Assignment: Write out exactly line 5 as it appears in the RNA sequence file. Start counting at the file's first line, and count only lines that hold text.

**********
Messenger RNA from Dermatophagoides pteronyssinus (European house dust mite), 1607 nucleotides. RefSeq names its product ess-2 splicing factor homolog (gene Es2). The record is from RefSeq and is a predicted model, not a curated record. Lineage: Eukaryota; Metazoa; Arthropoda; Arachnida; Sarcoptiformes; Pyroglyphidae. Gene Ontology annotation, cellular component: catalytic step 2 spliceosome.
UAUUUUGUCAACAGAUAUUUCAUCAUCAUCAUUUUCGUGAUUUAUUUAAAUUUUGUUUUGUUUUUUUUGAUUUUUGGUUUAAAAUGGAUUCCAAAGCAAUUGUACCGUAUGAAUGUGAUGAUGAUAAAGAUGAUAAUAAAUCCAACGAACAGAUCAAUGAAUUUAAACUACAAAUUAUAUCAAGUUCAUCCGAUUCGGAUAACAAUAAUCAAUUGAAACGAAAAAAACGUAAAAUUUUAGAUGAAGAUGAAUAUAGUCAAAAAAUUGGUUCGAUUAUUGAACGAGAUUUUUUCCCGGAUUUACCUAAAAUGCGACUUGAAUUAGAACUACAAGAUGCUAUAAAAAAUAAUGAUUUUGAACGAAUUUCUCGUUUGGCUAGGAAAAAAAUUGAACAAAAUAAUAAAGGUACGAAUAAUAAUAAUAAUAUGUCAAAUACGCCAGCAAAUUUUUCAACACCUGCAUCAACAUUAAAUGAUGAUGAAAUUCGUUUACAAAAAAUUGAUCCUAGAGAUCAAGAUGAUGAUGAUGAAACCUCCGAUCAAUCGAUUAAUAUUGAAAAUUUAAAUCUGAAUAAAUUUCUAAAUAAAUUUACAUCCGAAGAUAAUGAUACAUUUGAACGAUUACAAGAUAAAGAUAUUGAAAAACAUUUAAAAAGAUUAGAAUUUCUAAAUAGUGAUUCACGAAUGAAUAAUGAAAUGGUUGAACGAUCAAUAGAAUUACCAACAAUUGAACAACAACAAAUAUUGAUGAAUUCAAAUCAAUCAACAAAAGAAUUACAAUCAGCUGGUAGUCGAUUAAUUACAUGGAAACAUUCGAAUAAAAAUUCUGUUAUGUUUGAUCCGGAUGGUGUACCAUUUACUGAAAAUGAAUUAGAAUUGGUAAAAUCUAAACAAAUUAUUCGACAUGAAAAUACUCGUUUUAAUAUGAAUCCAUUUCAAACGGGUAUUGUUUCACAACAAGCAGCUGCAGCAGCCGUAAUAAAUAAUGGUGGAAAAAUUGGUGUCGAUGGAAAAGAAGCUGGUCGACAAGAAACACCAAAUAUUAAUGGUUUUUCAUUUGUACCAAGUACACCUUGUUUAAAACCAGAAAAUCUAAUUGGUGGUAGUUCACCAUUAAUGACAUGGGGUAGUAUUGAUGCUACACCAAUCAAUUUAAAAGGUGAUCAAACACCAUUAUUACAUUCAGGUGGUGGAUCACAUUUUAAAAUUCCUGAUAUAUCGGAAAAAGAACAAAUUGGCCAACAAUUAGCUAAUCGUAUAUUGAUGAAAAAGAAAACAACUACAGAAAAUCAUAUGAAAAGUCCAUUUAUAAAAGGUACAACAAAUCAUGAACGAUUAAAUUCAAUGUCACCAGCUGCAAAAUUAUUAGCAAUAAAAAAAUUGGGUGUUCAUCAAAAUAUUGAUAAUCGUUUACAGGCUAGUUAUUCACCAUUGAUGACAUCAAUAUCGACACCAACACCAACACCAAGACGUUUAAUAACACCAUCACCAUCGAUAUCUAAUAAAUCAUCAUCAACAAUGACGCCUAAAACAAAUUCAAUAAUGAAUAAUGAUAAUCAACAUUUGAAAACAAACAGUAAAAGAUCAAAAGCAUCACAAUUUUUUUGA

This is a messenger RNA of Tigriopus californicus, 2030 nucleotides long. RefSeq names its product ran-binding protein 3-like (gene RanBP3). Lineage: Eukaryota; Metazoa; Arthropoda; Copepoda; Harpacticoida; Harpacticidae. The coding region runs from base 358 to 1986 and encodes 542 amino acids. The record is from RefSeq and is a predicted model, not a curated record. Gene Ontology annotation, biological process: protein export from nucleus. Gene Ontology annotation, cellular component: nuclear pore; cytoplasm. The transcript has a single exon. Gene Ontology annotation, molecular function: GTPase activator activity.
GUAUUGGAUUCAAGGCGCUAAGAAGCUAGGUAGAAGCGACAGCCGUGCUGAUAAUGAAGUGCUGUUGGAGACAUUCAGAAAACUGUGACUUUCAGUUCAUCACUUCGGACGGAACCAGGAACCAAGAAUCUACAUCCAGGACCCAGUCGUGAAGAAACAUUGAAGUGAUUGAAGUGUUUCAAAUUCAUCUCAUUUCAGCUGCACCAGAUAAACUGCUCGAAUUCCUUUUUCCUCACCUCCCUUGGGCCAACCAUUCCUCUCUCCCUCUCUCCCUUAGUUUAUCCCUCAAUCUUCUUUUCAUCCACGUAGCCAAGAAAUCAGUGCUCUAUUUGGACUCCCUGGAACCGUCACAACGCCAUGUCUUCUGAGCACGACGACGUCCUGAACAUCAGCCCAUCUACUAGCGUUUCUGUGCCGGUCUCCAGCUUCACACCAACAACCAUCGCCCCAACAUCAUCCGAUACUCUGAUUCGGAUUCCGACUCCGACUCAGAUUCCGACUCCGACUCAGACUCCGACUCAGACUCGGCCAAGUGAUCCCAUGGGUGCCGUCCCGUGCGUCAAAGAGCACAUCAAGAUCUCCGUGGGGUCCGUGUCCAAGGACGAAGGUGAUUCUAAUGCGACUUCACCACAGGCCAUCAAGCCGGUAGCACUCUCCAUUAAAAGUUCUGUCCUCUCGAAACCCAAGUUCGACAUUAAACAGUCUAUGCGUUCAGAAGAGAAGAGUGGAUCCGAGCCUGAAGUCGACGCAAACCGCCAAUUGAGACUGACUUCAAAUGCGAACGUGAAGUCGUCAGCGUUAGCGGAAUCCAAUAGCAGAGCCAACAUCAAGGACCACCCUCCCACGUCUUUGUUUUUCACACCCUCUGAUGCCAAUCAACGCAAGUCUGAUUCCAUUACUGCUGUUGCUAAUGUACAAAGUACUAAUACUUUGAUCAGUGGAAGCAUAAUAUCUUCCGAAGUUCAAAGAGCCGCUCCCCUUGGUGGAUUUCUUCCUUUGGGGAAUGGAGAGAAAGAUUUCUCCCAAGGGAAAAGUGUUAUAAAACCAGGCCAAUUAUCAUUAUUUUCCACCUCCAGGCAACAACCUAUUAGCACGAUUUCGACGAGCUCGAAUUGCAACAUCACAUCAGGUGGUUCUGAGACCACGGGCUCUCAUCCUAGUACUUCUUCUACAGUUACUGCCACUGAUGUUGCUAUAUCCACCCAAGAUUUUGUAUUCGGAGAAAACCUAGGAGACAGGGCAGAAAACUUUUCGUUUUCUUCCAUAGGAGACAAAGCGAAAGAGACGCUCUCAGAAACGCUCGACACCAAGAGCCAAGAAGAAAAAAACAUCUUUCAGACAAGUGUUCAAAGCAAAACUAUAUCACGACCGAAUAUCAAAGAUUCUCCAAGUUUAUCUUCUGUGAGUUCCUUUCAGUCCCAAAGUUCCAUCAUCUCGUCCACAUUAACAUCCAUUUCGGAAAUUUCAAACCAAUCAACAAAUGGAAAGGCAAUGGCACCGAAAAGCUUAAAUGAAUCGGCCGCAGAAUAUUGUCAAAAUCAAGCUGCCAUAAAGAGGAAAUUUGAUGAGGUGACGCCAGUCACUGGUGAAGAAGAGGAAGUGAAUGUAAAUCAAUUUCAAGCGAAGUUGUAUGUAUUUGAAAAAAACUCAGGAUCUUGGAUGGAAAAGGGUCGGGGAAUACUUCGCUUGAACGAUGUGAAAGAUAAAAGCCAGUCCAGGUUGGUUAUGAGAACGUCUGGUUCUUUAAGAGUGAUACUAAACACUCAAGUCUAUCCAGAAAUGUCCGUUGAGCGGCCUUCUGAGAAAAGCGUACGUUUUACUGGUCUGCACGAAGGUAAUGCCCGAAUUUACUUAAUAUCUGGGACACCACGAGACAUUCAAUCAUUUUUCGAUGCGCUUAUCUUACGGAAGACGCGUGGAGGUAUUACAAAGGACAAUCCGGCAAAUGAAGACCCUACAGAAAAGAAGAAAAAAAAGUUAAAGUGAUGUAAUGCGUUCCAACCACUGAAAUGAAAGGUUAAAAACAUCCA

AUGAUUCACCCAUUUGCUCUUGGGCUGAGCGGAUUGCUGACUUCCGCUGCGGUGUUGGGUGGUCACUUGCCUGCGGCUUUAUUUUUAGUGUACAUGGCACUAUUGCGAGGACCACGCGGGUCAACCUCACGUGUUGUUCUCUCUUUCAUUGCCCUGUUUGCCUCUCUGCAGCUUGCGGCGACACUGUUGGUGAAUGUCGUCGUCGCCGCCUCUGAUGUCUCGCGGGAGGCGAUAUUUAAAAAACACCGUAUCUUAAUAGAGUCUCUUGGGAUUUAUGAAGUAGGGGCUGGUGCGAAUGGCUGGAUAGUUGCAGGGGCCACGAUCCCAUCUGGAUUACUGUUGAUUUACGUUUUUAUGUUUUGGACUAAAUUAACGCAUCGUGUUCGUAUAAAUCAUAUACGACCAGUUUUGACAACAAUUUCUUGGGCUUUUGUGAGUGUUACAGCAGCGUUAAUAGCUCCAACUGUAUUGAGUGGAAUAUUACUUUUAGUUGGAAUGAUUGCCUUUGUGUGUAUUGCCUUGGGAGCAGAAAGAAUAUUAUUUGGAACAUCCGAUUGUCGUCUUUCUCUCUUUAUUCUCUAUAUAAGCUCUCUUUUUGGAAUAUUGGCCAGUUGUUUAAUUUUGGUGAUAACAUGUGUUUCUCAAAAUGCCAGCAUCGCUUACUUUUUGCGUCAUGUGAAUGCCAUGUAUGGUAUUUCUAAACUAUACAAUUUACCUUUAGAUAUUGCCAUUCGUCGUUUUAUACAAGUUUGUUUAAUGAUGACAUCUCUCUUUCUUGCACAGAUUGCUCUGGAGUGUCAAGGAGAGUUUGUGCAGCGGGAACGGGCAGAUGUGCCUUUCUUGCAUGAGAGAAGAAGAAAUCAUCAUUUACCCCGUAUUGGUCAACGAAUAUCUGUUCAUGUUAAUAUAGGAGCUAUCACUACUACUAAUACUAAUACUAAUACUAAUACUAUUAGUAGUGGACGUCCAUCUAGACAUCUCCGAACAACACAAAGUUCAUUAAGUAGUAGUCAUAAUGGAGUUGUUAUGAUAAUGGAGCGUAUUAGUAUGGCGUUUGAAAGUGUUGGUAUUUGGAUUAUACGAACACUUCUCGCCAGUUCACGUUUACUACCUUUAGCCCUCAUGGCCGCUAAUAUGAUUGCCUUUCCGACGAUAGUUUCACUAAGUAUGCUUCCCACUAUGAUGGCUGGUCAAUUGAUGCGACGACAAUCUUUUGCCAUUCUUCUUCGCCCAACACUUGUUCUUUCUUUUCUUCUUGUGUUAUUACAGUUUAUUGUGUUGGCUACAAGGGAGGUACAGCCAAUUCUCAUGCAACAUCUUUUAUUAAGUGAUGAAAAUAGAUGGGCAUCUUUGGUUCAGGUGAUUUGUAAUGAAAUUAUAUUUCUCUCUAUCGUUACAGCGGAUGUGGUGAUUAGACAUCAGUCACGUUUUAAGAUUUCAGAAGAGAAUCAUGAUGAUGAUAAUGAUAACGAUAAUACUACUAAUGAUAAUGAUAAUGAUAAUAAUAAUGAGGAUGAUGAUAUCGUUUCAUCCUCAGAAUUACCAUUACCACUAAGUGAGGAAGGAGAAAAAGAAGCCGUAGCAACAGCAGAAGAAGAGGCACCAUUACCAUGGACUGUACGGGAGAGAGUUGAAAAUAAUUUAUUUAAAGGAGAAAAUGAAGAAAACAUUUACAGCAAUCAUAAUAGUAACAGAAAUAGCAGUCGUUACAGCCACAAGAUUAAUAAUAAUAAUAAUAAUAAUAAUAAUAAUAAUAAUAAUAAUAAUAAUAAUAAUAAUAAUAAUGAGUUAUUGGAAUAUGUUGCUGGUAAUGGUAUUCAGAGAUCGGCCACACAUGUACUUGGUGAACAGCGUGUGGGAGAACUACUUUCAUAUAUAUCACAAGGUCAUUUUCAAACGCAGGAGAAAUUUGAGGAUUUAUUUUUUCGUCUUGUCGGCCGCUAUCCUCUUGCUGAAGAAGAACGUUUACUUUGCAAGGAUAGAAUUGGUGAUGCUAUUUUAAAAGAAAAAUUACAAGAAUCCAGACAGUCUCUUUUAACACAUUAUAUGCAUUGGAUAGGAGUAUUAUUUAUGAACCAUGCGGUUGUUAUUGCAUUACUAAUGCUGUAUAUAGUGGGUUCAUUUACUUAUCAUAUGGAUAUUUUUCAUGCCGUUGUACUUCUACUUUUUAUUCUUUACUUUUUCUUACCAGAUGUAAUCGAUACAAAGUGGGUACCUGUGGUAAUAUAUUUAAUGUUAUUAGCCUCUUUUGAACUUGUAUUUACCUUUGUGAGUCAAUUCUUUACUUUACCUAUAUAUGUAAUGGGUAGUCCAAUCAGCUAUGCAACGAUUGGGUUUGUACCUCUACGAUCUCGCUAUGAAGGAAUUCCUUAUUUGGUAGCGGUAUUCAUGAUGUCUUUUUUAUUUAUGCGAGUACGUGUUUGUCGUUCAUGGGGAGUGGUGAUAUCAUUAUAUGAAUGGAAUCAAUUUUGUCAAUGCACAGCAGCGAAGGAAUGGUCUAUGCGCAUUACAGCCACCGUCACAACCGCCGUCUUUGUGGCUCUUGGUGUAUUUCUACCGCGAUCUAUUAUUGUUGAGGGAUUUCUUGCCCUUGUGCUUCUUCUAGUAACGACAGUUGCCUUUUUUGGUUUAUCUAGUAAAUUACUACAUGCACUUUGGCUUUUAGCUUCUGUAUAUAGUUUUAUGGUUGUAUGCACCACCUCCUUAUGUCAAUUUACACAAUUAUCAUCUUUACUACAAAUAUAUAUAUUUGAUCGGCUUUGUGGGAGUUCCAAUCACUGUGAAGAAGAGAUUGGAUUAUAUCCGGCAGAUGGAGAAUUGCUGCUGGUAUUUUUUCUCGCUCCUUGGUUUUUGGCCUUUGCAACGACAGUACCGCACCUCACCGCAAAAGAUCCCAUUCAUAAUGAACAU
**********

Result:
AUGAUUCACCCAUUUGCUCUUGGGCUGAGCGGAUUGCUGACUUCCGCUGCGGUGUUGGGUGGUCACUUGCCUGCGGCUUUAUUUUUAGUGUACAUGGCACUAUUGCGAGGACCACGCGGGUCAACCUCACGUGUUGUUCUCUCUUUCAUUGCCCUGUUUGCCUCUCUGCAGCUUGCGGCGACACUGUUGGUGAAUGUCGUCGUCGCCGCCUCUGAUGUCUCGCGGGAGGCGAUAUUUAAAAAACACCGUAUCUUAAUAGAGUCUCUUGGGAUUUAUGAAGUAGGGGCUGGUGCGAAUGGCUGGAUAGUUGCAGGGGCCACGAUCCCAUCUGGAUUACUGUUGAUUUACGUUUUUAUGUUUUGGACUAAAUUAACGCAUCGUGUUCGUAUAAAUCAUAUACGACCAGUUUUGACAACAAUUUCUUGGGCUUUUGUGAGUGUUACAGCAGCGUUAAUAGCUCCAACUGUAUUGAGUGGAAUAUUACUUUUAGUUGGAAUGAUUGCCUUUGUGUGUAUUGCCUUGGGAGCAGAAAGAAUAUUAUUUGGAACAUCCGAUUGUCGUCUUUCUCUCUUUAUUCUCUAUAUAAGCUCUCUUUUUGGAAUAUUGGCCAGUUGUUUAAUUUUGGUGAUAACAUGUGUUUCUCAAAAUGCCAGCAUCGCUUACUUUUUGCGUCAUGUGAAUGCCAUGUAUGGUAUUUCUAAACUAUACAAUUUACCUUUAGAUAUUGCCAUUCGUCGUUUUAUACAAGUUUGUUUAAUGAUGACAUCUCUCUUUCUUGCACAGAUUGCUCUGGAGUGUCAAGGAGAGUUUGUGCAGCGGGAACGGGCAGAUGUGCCUUUCUUGCAUGAGAGAAGAAGAAAUCAUCAUUUACCCCGUAUUGGUCAACGAAUAUCUGUUCAUGUUAAUAUAGGAGCUAUCACUACUACUAAUACUAAUACUAAUACUAAUACUAUUAGUAGUGGACGUCCAUCUAGACAUCUCCGAACAACACAAAGUUCAUUAAGUAGUAGUCAUAAUGGAGUUGUUAUGAUAAUGGAGCGUAUUAGUAUGGCGUUUGAAAGUGUUGGUAUUUGGAUUAUACGAACACUUCUCGCCAGUUCACGUUUACUACCUUUAGCCCUCAUGGCCGCUAAUAUGAUUGCCUUUCCGACGAUAGUUUCACUAAGUAUGCUUCCCACUAUGAUGGCUGGUCAAUUGAUGCGACGACAAUCUUUUGCCAUUCUUCUUCGCCCAACACUUGUUCUUUCUUUUCUUCUUGUGUUAUUACAGUUUAUUGUGUUGGCUACAAGGGAGGUACAGCCAAUUCUCAUGCAACAUCUUUUAUUAAGUGAUGAAAAUAGAUGGGCAUCUUUGGUUCAGGUGAUUUGUAAUGAAAUUAUAUUUCUCUCUAUCGUUACAGCGGAUGUGGUGAUUAGACAUCAGUCACGUUUUAAGAUUUCAGAAGAGAAUCAUGAUGAUGAUAAUGAUAACGAUAAUACUACUAAUGAUAAUGAUAAUGAUAAUAAUAAUGAGGAUGAUGAUAUCGUUUCAUCCUCAGAAUUACCAUUACCACUAAGUGAGGAAGGAGAAAAAGAAGCCGUAGCAACAGCAGAAGAAGAGGCACCAUUACCAUGGACUGUACGGGAGAGAGUUGAAAAUAAUUUAUUUAAAGGAGAAAAUGAAGAAAACAUUUACAGCAAUCAUAAUAGUAACAGAAAUAGCAGUCGUUACAGCCACAAGAUUAAUAAUAAUAAUAAUAAUAAUAAUAAUAAUAAUAAUAAUAAUAAUAAUAAUAAUAAUAAUAAUGAGUUAUUGGAAUAUGUUGCUGGUAAUGGUAUUCAGAGAUCGGCCACACAUGUACUUGGUGAACAGCGUGUGGGAGAACUACUUUCAUAUAUAUCACAAGGUCAUUUUCAAACGCAGGAGAAAUUUGAGGAUUUAUUUUUUCGUCUUGUCGGCCGCUAUCCUCUUGCUGAAGAAGAACGUUUACUUUGCAAGGAUAGAAUUGGUGAUGCUAUUUUAAAAGAAAAAUUACAAGAAUCCAGACAGUCUCUUUUAACACAUUAUAUGCAUUGGAUAGGAGUAUUAUUUAUGAACCAUGCGGUUGUUAUUGCAUUACUAAUGCUGUAUAUAGUGGGUUCAUUUACUUAUCAUAUGGAUAUUUUUCAUGCCGUUGUACUUCUACUUUUUAUUCUUUACUUUUUCUUACCAGAUGUAAUCGAUACAAAGUGGGUACCUGUGGUAAUAUAUUUAAUGUUAUUAGCCUCUUUUGAACUUGUAUUUACCUUUGUGAGUCAAUUCUUUACUUUACCUAUAUAUGUAAUGGGUAGUCCAAUCAGCUAUGCAACGAUUGGGUUUGUACCUCUACGAUCUCGCUAUGAAGGAAUUCCUUAUUUGGUAGCGGUAUUCAUGAUGUCUUUUUUAUUUAUGCGAGUACGUGUUUGUCGUUCAUGGGGAGUGGUGAUAUCAUUAUAUGAAUGGAAUCAAUUUUGUCAAUGCACAGCAGCGAAGGAAUGGUCUAUGCGCAUUACAGCCACCGUCACAACCGCCGUCUUUGUGGCUCUUGGUGUAUUUCUACCGCGAUCUAUUAUUGUUGAGGGAUUUCUUGCCCUUGUGCUUCUUCUAGUAACGACAGUUGCCUUUUUUGGUUUAUCUAGUAAAUUACUACAUGCACUUUGGCUUUUAGCUUCUGUAUAUAGUUUUAUGGUUGUAUGCACCACCUCCUUAUGUCAAUUUACACAAUUAUCAUCUUUACUACAAAUAUAUAUAUUUGAUCGGCUUUGUGGGAGUUCCAAUCACUGUGAAGAAGAGAUUGGAUUAUAUCCGGCAGAUGGAGAAUUGCUGCUGGUAUUUUUUCUCGCUCCUUGGUUUUUGGCCUUUGCAACGACAGUACCGCACCUCACCGCAAAAGAUCCCAUUCAUAAUGAACAU